Serum antibodies against the pre-fusion respiratory syncytial virus (RSV) fusion protein (pre-F) may be a correlate of protection against acute RSV infection, according to study data published in The Journal of Infectious Diseases.
To investigate the potential protective role of breast milk RSV-specific antibodies, collections from mother-infant pairs of breast milk at 1, 3, and 6 months postpartum along with mid-nasal swabs during episodes of infant illness were obtained. A total of 174 infants with and without acute RSV infection were matched 1:1 according to risk factors for disease and breast milk was measured for pre-F IgA and IgG antibody levels.
Median breast milk concentration of pre-F IgG antibodies before illness was lower in mothers of the infants with acute RSV infection than without (1.4, interquartile range [IQR] 1.1-1.6 log10 ng/mL and 1.5; IQR: 1.3-1.8 log10 ng/mL, respectively [P =.001]). No differences in median concentrations were found in pre-F IgA levels in cases vs controls (1.7, IQR: 0.0-2.2 log10 ng/mL and 1.7; IQR: 1.2-2.2 log10 ng/mL, respectively [P =.58]).
The study did not measure pre-F antibodies in the serum of mothers or in the cord blood. In addition, no blood was drawn from infants making further study of the children impossible. It is therefore possible that serum pre-F antibody titres in women and their children are actually responsible for protective effects. Future work will need to replicate these results in a larger group from a different population with longer follow-up time. Further, it is possible that “the protective effect of breast milk pre-F specific antibodies against respiratory disease may have been underestimated because antibodies against all pre-F epitopes were measured, which include less potent RSV-neutralizing or non-neutralizing antibodies.”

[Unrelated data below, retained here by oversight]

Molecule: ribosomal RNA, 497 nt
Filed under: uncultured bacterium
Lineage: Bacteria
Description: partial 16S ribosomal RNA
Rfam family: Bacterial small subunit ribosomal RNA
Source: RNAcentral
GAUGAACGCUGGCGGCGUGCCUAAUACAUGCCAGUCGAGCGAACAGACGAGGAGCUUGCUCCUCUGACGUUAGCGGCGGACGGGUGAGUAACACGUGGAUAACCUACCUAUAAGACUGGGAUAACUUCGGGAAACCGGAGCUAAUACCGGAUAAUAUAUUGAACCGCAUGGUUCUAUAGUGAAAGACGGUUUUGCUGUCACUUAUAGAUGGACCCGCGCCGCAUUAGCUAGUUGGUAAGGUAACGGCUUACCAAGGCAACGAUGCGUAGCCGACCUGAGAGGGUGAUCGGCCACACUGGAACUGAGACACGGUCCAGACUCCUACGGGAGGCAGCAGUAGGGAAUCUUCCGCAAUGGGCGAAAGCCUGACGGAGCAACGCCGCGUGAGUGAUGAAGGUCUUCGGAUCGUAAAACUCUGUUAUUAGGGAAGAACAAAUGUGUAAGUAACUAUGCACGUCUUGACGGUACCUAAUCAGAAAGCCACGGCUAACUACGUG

Investigators concluded that the study provides evidence of a potential protective role from pre-F IgG antibodies in breastmilk against RSV-confirmed acute respiratory infection during the first months of life. And induction of these antibodies in breastmilk could be a potential mechanism of protection for maternal RSV vaccine candidates.
Mazur NI, Horsley N, Englund JA, et al. Breast milk prefusion F IgG as a correlate of protection against respiratory syncytial virus acute respiratory illness [published online August 10 2018]. J Infect Dis. doi:10.1093/infdis/jiy477
This article originally appeared on Infectious Disease Advisor